Coffee House

Shock as select committee backs minister

18 June 2014

8:56 AM

18 June 2014

8:56 AM

Like all good select committees, the Education Select Committee is rarely a helpful chum of Michael Gove. Its warnings on the reform of GCSEs, for instance, played a part in one of Gove’s biggest volte-faces.

But its report this morning on ‘underachievements of white working class children’ (a group it then narrows to ‘poor white British boys and girls’ who are on free school meals) recommends a course of action not dissimilar to that which Gove is already taking, set in motion by the Blairites. It says:

‘This problem [of underachievement] must be tackled by ensuring that the best teachers and leader are incentivised to work in the schools and areas that need them the most, and by providing better advice and guidance to young people. Schools face a battle for resources and talent, and those serving poor white communities need a better chance of winning. Poor white children in rural and coastal areas have been ‘unseen’ for too long: unless such steps are taken the potential of white working class children will be left unlocked, and the effects of the current trend will continue to be felt beyond the school gates. White working class children can achieve in education, and the Government must take these steps to ensure that they do.’


Some of the recommendations include incentives for teachers to work in the most challenging schools (which Team Gove would argue could include performance-related pay), an extended school day so that disadvantaged children can complete their homework and better scrutiny of the Pupil Premium. The overarching and entirely obvious conclusion is that ‘good schools greatly benefit disadvantaged children’. So obvious, in fact, that it might not need saying, but in an environment where some teaching unions lose their tempers when even vaguely tougher monitoring of their members is suggested, it is necessary. Gove might cheese off some of his colleagues, he might enjoy scrapping just a little bit too much, but he’s also continuing one of the most important social justice missions of modern times. The right to a good education for a poor child whose parents could never afford private schooling will be far bigger legacy that Gove and his Blairite predecessors will leave than any of the tiffs and tantrums that all of them have engaged in over the years.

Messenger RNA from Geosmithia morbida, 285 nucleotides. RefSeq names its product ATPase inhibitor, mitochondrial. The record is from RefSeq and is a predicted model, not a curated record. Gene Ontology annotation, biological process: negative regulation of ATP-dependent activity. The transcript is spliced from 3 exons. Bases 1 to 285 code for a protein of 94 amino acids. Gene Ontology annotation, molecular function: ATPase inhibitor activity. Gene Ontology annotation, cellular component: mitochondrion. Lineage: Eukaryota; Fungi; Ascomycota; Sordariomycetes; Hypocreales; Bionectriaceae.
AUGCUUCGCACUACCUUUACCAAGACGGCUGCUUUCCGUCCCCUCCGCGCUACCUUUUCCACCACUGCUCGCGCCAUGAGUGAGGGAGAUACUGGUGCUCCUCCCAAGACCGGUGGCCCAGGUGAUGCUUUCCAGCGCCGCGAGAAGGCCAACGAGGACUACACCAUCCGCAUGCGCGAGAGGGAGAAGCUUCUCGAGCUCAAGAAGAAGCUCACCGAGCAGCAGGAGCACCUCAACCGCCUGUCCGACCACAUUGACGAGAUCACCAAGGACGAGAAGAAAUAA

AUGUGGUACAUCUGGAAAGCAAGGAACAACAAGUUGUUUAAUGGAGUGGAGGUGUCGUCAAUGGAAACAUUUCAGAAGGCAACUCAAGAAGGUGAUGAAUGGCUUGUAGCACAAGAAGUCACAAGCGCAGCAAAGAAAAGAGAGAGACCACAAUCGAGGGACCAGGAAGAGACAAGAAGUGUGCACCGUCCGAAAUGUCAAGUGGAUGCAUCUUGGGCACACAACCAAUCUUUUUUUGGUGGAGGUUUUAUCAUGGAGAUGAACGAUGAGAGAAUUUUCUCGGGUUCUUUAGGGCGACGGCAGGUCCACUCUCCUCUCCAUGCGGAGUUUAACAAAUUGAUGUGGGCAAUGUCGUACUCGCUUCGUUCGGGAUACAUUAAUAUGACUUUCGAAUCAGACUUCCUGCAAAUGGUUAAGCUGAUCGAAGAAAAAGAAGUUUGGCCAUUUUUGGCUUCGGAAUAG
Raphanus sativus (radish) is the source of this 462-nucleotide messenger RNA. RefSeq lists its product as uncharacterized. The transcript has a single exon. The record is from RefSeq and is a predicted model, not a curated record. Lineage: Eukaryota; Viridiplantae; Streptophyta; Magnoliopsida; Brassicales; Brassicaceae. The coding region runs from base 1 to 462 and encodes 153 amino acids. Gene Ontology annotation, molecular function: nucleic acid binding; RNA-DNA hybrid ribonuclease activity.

P.S. The Independent splashes today on ‘Rabbit Hutch Britain’. One factor in a disadvantaged child’s underachievement at school is unsuitable home environment for completing school work, such as no desk or table to sit at. If we were building sufficient numbers of the right sort of homes where they were needed, then we’d release the pressure on some families desperate to move out of cramped accommodation. Recommendations on housebuilding are outside the Education Select Committee’s remit, but it’s a point worth mulling when considering the social justice agenda of any government.


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Show comments
  • Dutchnick